Underlying Rhythm

On Translation, Communication, and Literary Languages. Essays in Honor of Burton Pike

by Peter Constantine (Volume editor) Robert Cowan (Volume editor) Henry Gifford (Volume editor) Genese Grill (Volume editor) James Keller (Volume editor)
©2023 Edited Collection XVI, 250 Pages


This volume explores the importance of scholarly and literary communities, the challenges of translation and difference, and the search for the ineffable in art. It is a collection of interviews, translations, scholarly essays, and tributes in honor of Burton Pike (1930–2022), a renowned translator of Robert Musil, Rilke, Goethe, Gerhard Meier, and others, as well as a scholar of literary Modernism and the image of the city. He was also an extraordinary teacher, mentor, and inspiration to a generation. The pieces are mostly written by former students, colleagues, and admiring friends, but the book also includes two interviews with Pike, along with Pike’s own previously unpublished lecture on Thomas Mann’s last novel, Confessions of Felix Krull, Confidence Man.

Table Of Contents

  • Cover
  • Title
  • Copyright
  • About the editors
  • About the book
  • This eBook can be cited
  • Contents
  • Acknowledgments
  • Curriculum Vitae of Burton Pike
  • 1 Introduction (Genese Grill)
  • 2 An Interview with Burton Pike (Peter Glassgold)
  • 3 Growing Up in Language and Music: An Interview with Burton Pike (Peter Constantine)
  • Part I Translations
  • 4 With All the Senses: A Translation of Klaus Mann’s “Gimietto” with Commentary (James Keller)
  • 5 Short Prose from Contemplation by Franz Kafka, with Commentary (Ross Benjamin)
  • 6 Translation of a Passage from Madame Bovary, with Commentary (Roger Celestin)
  • 7 An Ode to Rome, and a Translation of Lucio Mariani’s “Roman Ode” (Thomas Harrison)
  • 8 Letters on The Man without Qualities by Robert Musil (Peter Constantine, Philip Payne, and Burton Pike)
  • Part II Scholarly Essays
  • 9 Armand de Kroullosta: Thomas Mann’s Confessions of the Confidence Man—A Lecture (Burton Pike)
  • 10 The City as TK (Robert Cowan)
  • 11 Accessing Ludwig Hohl (Elizabeth Tucker)
  • 12 Arnheim and His Discontents in Musil’s The Man without Qualities (James Keller)
  • 13 The Birth of Modern Czech Out of the Spirit of the Austrian Enlightenment (David S. Luft)
  • 14 Diderot and Musil: Negative Capability as Ironic Acting (David Auerbach)
  • 15 Pre-Existing Conditions: The Diseased Urban Self in Andrei Bitov’s The Pushkin House (Ekaterina Sukhanova)
  • 16 The Utopia of Metaphor as Translation (Genese Grill)
  • 17 The Art of Betrayal: Translation in an Age of Suspicion (Tess Lewis)
  • 18 Acceptance Speech for the Friedrich Ulfers Prize, 2016 (Burton Pike)
  • Part III Laudations
  • 19 Laudation for Burton Pike as He Is Awarded the 2016 Friedrich Ulfers Prize [Adapted and Updated in 2022] (Shelley Frisch)
  • 20 Stalking the Ineffable (Patricia Towers)
  • 21 A Tribute to Burt Pike (Norma Hurlburt)
  • 22 Celebrating Burton Pike (Mary Ann Caws)
  • 23 Burton Pike in Vienna, circa 1994 (Esther Allen)
  • 24 Reminiscence (Alyson Waters)
  • 25 A Mental Desk with Many Drawers (Evelyn Barish)
  • 26 Tribute (David S. Luft)
  • Bibliography
  • Notes on Contributors
  • Index

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The editors would like to thank the copyright holders for permission to reprint the following:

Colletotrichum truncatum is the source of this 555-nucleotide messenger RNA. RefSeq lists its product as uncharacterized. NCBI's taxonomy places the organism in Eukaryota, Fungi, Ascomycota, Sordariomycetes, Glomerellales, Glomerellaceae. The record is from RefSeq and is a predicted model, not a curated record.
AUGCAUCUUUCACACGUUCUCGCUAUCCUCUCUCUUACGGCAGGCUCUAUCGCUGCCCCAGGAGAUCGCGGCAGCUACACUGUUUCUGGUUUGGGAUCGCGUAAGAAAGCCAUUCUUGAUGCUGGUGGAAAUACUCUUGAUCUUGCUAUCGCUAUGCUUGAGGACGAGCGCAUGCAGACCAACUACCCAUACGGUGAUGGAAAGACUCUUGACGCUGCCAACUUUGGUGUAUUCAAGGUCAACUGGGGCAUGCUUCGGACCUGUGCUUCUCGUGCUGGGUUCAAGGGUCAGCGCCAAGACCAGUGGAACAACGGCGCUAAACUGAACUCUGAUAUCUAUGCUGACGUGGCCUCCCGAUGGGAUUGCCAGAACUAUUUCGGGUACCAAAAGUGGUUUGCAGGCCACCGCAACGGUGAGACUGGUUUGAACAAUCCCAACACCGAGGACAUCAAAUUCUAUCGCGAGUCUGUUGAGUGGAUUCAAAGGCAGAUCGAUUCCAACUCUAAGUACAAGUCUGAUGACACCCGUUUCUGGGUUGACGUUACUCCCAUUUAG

Peter Glassgold, “Interview with Burton Pike.” Translation Review 60:1 (2000): 5–7. © The Center for Translation Studies, reprinted by permission of Taylor & Francis Ltd, http://www.tand​fonl​ine.com on behalf of The Center for Translation Studies.

Klaus Mann, “Gimietto.” Translated by James Keller. Fiction 17, no. 1 (2001): 69–72. Altered. Permission granted by Mark Jay Mirsky, Fiction.

Lucio Mariani, “Ode romana.” In Oratorio. Milan: Crocetti Editore, 2016. Permission granted by Nicola Crocetti, Crocetti Editore.

Robert Musil, “Letters on The Man without Qualities.” Translated by Peter Constantine. Commentary by Philip Payne. Edited by Burton Pike. Fiction (Winter 1999). First published in Fiction with first North American publishing rights, copyright held and permission granted by Peter Constantine et al.

Rainer Maria Rilke, “Sonnets to Orpheus, 2.29.” Translated by Burton Pike. New Poetry in Translation 2. <https://new​poet​ryin​tran​slat​ion.com/rilke.html>. Permission granted by Peter Constantine, New Poetry in Translation.

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Curriculum Vitae of Burton Pike

Burton passed away on December 22, 2022, while this book was being prepared for publication.

Professor Emeritus of Comparative Literature and German, The Graduate Center, City University of New York


XVI, 250
ISBN (Softcover)
Publication date
2023 (April)
Modernism the city [in literature] twentieth-century literature Underlying Rhythm Peter Constantine Robert Cowan Henry N. Gifford Genese Grill James Keller Burton Pike Translation Literary communities
Oxford, Bern, Berlin, Bruxelles, New York, Wien, 2023. XVI, 250 pp.

Biographical notes

Peter Constantine (Volume editor) Robert Cowan (Volume editor) Henry Gifford (Volume editor) Genese Grill (Volume editor) James Keller (Volume editor)

Peter Constantine is Professor of Translation Studies at the University of Connecticut. Robert Cowan is Professor of English at Kingsborough Community College, CUNY. Henry N. Gifford is a freelance copy editor and writer. Genese Grill is a Musil scholar, translator, essayist, and former student of Burton Pike. James Keller is Adjunct Assistant Professor of German at Pasadena City College in California, a translator, and former student of Burton Pike.


Title: Underlying Rhythm